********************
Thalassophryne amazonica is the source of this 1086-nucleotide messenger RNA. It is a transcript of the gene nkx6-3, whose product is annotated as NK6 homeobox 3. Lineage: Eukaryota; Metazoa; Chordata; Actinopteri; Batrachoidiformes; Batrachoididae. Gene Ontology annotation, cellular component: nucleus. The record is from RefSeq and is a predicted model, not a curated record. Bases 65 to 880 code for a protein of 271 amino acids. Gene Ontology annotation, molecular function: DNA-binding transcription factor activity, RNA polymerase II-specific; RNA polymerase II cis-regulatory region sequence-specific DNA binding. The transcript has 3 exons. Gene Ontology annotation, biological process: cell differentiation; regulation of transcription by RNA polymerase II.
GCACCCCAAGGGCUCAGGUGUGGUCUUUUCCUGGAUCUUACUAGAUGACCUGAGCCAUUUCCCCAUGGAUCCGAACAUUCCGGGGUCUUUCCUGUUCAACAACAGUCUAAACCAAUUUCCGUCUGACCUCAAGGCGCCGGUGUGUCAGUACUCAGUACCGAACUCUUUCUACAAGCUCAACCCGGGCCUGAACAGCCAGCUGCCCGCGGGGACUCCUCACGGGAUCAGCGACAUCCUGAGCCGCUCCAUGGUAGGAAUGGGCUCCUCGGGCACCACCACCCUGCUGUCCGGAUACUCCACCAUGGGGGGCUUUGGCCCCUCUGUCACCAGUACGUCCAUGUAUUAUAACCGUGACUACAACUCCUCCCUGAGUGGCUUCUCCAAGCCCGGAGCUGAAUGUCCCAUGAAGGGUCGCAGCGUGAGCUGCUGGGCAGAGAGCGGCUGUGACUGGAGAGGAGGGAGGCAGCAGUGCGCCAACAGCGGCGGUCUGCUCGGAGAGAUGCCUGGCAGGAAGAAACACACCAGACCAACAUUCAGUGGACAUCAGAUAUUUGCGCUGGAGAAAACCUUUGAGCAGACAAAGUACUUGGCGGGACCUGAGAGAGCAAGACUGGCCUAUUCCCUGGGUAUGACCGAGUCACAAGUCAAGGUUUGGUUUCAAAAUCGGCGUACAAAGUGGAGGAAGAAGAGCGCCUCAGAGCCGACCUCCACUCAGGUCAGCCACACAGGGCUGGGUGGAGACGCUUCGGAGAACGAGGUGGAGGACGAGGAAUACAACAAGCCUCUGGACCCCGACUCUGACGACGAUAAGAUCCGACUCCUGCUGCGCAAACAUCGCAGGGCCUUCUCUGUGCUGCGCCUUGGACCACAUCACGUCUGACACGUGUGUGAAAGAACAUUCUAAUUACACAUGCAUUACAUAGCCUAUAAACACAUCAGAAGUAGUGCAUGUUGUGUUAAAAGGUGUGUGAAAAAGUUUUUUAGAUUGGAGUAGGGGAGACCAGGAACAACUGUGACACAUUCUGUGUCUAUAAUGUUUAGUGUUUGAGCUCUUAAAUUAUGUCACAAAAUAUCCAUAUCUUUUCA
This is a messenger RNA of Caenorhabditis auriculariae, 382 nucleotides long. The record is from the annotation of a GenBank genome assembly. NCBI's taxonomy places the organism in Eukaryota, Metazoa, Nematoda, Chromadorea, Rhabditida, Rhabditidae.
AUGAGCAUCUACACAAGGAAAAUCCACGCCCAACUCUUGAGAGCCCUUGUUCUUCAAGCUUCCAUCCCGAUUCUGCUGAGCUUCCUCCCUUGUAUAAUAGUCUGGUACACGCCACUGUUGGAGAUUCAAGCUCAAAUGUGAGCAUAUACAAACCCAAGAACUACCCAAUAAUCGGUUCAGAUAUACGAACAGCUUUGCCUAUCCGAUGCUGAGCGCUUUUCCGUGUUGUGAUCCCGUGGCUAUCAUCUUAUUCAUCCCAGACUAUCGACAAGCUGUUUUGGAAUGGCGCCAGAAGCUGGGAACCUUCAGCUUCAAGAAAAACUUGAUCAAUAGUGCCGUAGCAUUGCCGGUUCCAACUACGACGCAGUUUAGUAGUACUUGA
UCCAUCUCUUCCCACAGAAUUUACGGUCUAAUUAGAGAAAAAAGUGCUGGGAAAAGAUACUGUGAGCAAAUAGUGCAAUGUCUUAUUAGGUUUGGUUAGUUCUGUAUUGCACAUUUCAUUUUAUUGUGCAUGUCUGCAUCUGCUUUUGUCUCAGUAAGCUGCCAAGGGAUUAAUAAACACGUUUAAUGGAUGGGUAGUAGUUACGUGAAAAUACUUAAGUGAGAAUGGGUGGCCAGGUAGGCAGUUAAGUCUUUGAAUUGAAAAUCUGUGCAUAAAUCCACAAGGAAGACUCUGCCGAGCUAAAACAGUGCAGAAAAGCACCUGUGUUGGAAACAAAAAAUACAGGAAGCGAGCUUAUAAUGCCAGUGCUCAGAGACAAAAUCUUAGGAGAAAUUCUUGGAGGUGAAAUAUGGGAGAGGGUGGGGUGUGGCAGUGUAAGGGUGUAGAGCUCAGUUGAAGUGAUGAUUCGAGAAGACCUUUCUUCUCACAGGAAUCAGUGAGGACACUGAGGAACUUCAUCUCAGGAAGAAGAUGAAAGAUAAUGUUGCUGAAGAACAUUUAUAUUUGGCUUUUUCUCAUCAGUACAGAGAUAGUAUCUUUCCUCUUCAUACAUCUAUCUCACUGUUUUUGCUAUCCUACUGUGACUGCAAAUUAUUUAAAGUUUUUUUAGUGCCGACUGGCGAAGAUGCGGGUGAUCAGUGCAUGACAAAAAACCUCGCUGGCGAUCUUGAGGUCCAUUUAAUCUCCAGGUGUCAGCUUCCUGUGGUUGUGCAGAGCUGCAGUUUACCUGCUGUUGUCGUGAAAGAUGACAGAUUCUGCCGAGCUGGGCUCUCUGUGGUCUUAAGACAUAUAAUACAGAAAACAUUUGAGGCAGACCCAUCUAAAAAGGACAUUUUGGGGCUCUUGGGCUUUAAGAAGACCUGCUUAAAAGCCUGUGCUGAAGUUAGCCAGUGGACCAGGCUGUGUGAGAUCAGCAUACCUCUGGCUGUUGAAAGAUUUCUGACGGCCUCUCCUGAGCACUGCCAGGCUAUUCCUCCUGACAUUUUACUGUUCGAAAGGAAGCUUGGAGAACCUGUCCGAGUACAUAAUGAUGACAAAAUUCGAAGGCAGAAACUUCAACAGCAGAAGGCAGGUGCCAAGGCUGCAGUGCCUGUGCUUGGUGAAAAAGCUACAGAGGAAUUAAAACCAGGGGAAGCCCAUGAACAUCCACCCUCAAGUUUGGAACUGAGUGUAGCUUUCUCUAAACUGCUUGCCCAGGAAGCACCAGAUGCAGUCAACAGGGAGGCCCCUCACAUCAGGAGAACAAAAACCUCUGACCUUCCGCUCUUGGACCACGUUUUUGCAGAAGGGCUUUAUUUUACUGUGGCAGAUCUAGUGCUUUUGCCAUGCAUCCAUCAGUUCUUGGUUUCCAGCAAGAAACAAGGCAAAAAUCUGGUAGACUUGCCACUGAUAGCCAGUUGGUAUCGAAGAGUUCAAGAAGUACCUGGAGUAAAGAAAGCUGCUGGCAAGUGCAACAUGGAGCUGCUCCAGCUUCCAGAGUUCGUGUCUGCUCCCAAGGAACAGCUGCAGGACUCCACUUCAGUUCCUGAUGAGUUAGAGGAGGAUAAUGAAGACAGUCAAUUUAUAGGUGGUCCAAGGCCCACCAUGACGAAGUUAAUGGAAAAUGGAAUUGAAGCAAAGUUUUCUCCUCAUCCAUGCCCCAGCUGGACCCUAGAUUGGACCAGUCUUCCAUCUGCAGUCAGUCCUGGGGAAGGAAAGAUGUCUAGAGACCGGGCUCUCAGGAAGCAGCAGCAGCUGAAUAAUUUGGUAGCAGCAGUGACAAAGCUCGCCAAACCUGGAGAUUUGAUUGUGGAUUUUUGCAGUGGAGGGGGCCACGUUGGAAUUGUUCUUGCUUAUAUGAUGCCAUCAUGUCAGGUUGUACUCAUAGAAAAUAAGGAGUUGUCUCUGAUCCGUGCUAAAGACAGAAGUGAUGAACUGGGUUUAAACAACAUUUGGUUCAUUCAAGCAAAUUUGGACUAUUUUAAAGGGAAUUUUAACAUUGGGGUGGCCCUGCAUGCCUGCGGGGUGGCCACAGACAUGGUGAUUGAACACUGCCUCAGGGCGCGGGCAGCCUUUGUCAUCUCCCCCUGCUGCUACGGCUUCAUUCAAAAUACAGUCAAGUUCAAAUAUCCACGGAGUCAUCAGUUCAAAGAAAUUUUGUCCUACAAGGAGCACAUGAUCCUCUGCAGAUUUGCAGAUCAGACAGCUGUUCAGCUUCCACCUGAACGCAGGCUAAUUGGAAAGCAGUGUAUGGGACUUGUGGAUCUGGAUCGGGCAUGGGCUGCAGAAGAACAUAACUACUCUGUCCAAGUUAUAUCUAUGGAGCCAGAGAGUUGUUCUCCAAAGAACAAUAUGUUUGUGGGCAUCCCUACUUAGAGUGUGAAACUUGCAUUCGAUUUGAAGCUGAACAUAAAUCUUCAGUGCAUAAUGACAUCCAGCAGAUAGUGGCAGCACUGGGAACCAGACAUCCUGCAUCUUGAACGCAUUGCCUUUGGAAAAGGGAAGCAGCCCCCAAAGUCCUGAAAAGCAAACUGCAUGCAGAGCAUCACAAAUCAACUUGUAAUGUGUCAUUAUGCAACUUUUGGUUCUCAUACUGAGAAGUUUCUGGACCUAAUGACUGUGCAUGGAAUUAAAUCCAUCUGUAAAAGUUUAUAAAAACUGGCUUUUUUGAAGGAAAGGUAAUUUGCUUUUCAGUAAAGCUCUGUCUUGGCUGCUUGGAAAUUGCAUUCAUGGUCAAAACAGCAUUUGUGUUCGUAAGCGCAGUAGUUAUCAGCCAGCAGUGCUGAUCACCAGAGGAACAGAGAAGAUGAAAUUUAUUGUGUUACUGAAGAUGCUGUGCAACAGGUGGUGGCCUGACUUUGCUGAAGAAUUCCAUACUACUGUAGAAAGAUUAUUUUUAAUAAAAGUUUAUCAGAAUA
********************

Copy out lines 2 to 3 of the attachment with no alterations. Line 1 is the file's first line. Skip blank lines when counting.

GCACCCCAAGGGCUCAGGUGUGGUCUUUUCCUGGAUCUUACUAGAUGACCUGAGCCAUUUCCCCAUGGAUCCGAACAUUCCGGGGUCUUUCCUGUUCAACAACAGUCUAAACCAAUUUCCGUCUGACCUCAAGGCGCCGGUGUGUCAGUACUCAGUACCGAACUCUUUCUACAAGCUCAACCCGGGCCUGAACAGCCAGCUGCCCGCGGGGACUCCUCACGGGAUCAGCGACAUCCUGAGCCGCUCCAUGGUAGGAAUGGGCUCCUCGGGCACCACCACCCUGCUGUCCGGAUACUCCACCAUGGGGGGCUUUGGCCCCUCUGUCACCAGUACGUCCAUGUAUUAUAACCGUGACUACAACUCCUCCCUGAGUGGCUUCUCCAAGCCCGGAGCUGAAUGUCCCAUGAAGGGUCGCAGCGUGAGCUGCUGGGCAGAGAGCGGCUGUGACUGGAGAGGAGGGAGGCAGCAGUGCGCCAACAGCGGCGGUCUGCUCGGAGAGAUGCCUGGCAGGAAGAAACACACCAGACCAACAUUCAGUGGACAUCAGAUAUUUGCGCUGGAGAAAACCUUUGAGCAGACAAAGUACUUGGCGGGACCUGAGAGAGCAAGACUGGCCUAUUCCCUGGGUAUGACCGAGUCACAAGUCAAGGUUUGGUUUCAAAAUCGGCGUACAAAGUGGAGGAAGAAGAGCGCCUCAGAGCCGACCUCCACUCAGGUCAGCCACACAGGGCUGGGUGGAGACGCUUCGGAGAACGAGGUGGAGGACGAGGAAUACAACAAGCCUCUGGACCCCGACUCUGACGACGAUAAGAUCCGACUCCUGCUGCGCAAACAUCGCAGGGCCUUCUCUGUGCUGCGCCUUGGACCACAUCACGUCUGACACGUGUGUGAAAGAACAUUCUAAUUACACAUGCAUUACAUAGCCUAUAAACACAUCAGAAGUAGUGCAUGUUGUGUUAAAAGGUGUGUGAAAAAGUUUUUUAGAUUGGAGUAGGGGAGACCAGGAACAACUGUGACACAUUCUGUGUCUAUAAUGUUUAGUGUUUGAGCUCUUAAAUUAUGUCACAAAAUAUCCAUAUCUUUUCA
This is a messenger RNA of Caenorhabditis auriculariae, 382 nucleotides long. The record is from the annotation of a GenBank genome assembly. NCBI's taxonomy places the organism in Eukaryota, Metazoa, Nematoda, Chromadorea, Rhabditida, Rhabditidae.